Since 1995, the Sierra Buttes Trail Stewardship has thrown a special little event in this town. The Downieville Classic features an XC race on Saturday and a Downhill on Sunday. The terrain is rocky, steep, and silty, making for a tough day on the bike no matter what you’re riding. While they’re by no means rare, seeing people riding and racing hardtails always causes a stir. So this year, I set out to photograph some of these bikes, including Curtis Inglis from Retrotec‘s own Funduro, a shining, gold nugget of a bike.
Bozeman, Montana is a magical place to mountain bike in the summertime. Last year’s trip was epic, so this year we wanted to re-visit this quaint little mountain town. While we were there last month, I was able to shoot Adam Sklar’s latest project, the Sweet Spot 29er MTB. While Adam usually takes on custom bikes, the Sweet Spot will be the brand’s first production model. The Sweet Spot is made in Bozeman, Montana, just like all Sklar Bikes. The aim here is to lower wait times, while not sacrificing quality. It also enables Adam to sell a model that is in-line with his philosophy on mountain bikes.
This is such a magical project and everyone involved put in so much effort to put their best foot forward. It’s such a pleasure to kick off NAHBS weekend with a look at the Sierra Klunker, built with the new limited edition Paul Component Engineering Green parts!. Check out the press release and photos below!
Those of us who remember MTB bar ends, recalls a different era of the sport. Nowadays, bar ends like this make a lot of sense on a flat bar ‘cross or bikepacking rig, especially when you consider the extra cargo capacity of these new Chim Chim MTB bar ends by Paul Component Engineering. To see what I mean, head to PAUL for more information and see two “in the wild” photos below, showcasing their carrying capacity. ;-)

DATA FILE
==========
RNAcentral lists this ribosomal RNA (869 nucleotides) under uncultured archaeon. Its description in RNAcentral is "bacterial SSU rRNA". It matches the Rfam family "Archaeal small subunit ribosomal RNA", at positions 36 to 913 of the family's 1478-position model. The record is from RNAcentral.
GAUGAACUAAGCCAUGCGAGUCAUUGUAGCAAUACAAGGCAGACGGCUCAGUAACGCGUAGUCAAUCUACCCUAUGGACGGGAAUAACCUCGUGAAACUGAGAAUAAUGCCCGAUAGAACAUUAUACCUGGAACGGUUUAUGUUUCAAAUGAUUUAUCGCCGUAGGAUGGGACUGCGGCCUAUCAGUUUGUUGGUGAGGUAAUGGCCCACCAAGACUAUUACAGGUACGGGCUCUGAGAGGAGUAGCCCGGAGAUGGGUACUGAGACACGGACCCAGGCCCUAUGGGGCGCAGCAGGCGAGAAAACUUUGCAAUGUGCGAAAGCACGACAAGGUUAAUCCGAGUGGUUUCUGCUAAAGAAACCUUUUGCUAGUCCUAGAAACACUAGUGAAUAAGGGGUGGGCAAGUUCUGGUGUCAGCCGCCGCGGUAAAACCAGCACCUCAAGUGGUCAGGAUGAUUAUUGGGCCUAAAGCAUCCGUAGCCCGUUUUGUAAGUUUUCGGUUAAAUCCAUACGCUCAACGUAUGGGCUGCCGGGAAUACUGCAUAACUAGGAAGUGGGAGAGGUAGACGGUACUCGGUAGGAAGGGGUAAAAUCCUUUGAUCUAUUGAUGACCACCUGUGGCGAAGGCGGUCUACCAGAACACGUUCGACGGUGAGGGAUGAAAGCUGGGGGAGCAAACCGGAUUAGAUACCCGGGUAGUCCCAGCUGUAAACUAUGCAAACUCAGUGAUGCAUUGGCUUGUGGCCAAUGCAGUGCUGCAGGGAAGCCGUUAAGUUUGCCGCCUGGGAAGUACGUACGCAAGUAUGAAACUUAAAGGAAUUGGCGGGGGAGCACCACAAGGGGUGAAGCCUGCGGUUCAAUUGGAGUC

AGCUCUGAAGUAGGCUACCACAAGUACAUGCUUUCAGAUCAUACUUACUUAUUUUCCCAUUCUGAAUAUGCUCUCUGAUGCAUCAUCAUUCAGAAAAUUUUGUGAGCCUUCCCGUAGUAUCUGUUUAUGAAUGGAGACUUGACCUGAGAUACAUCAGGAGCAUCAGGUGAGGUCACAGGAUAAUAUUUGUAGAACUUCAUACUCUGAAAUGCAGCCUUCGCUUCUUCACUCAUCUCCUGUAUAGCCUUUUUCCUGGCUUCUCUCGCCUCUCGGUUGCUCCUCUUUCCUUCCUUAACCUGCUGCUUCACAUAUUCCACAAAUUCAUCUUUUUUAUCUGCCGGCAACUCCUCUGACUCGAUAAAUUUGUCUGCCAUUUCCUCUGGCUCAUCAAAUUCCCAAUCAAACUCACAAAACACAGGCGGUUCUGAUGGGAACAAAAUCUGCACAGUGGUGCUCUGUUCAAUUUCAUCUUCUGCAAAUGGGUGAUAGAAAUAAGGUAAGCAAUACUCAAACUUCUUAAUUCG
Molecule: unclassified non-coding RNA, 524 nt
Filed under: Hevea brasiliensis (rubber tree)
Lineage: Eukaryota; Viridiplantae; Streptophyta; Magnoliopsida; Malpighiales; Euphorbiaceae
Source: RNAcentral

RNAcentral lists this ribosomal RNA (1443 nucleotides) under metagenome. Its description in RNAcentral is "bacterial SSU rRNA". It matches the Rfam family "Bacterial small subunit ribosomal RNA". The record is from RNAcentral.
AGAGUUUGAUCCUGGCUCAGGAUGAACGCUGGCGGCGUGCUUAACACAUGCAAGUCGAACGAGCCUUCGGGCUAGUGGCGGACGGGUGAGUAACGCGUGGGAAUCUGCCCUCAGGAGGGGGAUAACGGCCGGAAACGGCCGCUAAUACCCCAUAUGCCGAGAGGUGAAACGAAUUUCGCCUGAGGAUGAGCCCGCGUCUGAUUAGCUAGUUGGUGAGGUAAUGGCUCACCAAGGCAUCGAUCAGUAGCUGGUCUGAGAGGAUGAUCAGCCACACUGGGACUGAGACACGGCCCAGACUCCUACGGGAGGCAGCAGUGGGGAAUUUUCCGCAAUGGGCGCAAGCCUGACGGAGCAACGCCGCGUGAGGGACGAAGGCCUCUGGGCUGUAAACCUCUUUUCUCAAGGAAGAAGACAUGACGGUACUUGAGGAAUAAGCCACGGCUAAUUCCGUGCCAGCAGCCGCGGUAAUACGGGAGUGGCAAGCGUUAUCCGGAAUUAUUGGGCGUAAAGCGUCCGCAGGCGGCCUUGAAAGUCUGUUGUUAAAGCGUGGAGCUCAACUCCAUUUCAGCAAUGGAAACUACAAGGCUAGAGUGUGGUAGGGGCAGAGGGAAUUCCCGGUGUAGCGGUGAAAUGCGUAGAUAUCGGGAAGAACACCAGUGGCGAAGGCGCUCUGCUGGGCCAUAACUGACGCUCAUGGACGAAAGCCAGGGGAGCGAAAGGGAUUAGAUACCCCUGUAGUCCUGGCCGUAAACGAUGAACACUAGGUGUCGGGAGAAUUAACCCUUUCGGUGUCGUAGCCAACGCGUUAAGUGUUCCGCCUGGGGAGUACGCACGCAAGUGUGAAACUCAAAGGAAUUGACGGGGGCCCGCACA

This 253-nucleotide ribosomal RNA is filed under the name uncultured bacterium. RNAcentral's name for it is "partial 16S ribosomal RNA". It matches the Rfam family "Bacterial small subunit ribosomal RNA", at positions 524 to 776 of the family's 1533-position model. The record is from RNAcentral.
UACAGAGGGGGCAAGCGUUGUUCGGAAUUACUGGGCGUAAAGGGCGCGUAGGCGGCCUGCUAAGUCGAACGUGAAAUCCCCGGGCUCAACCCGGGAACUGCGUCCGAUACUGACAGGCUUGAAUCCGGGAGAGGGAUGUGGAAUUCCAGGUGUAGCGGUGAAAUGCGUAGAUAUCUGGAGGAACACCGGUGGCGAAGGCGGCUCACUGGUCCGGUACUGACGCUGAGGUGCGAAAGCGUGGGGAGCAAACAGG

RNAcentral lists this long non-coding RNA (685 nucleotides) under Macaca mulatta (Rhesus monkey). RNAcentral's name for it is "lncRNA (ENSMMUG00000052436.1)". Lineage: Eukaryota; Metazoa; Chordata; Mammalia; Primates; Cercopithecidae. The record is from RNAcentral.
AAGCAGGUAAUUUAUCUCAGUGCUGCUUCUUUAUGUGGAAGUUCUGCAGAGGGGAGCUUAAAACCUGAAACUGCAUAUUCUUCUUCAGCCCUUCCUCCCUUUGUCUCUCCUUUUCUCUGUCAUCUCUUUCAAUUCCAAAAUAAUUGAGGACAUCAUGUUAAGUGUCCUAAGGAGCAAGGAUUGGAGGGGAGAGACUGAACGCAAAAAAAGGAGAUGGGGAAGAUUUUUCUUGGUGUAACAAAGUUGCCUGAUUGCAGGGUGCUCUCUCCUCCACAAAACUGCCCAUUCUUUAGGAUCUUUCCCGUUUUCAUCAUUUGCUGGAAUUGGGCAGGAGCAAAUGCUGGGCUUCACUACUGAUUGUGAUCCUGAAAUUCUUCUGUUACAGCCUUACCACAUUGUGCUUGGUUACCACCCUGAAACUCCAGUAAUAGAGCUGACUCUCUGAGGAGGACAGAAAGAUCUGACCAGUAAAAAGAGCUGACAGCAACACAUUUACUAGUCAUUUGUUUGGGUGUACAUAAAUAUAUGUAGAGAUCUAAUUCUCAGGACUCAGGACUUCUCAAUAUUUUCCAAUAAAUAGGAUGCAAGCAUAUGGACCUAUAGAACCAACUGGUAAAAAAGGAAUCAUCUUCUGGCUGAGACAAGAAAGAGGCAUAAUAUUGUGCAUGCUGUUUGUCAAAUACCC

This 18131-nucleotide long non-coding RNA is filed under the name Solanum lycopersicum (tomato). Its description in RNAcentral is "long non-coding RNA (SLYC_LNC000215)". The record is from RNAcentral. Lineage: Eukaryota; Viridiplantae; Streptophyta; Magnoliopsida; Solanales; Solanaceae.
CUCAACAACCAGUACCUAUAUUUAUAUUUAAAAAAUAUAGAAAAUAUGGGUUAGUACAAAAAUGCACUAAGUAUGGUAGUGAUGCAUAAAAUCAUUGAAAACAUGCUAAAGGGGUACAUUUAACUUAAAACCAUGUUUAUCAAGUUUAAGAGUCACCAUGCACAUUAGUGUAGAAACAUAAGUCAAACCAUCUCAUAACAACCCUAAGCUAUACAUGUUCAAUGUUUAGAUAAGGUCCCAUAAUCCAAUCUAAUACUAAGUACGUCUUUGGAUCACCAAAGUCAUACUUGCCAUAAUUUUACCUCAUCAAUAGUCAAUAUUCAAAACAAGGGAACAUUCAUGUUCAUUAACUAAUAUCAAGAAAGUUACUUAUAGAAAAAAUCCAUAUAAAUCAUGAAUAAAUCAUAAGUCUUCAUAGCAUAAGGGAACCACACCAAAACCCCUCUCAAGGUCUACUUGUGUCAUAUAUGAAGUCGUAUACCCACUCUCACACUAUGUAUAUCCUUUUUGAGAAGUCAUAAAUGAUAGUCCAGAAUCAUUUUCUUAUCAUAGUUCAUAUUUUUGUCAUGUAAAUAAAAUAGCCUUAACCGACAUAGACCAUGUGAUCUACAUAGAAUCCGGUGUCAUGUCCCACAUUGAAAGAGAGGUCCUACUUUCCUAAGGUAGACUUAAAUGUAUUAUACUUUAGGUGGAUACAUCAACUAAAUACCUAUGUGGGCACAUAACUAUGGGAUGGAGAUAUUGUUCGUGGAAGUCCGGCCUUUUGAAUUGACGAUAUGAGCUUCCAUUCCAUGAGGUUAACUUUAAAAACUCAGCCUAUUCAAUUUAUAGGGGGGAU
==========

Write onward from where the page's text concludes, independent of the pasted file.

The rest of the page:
If you ever want to hear meaningful insight into a maker’s mindset, a bike check is a good place to start. Here Paul from Paul Component gives us the rundown on his ECR build.
This has been in the works for a while. Paul Component Engineering likes to make the best possible product they can when a new item hits their catalog. The team wanted to make the toughest, most precisely machined, most adjustable dropper trigger on the market. This dropper lever has stacked dual sealed cartridge bearings, two different cable clamp options, a barrel adjuster, and a hinged clamp. Machined by Paul Component Engineering in Chico California to the highest tolerances. These are in stock in three finishes, black, silver, or polished, and are in stock now at Paul Component Engineering.
Your comments on Paul Component Engineering’s Instagram did not fall on deaf ears. The team at PAUL have designed and fabricated their popular Boxcar stems in a 35mm clamp, with a 35mm length. Head to PAUL for more information. I love all these MUSA stem offerings!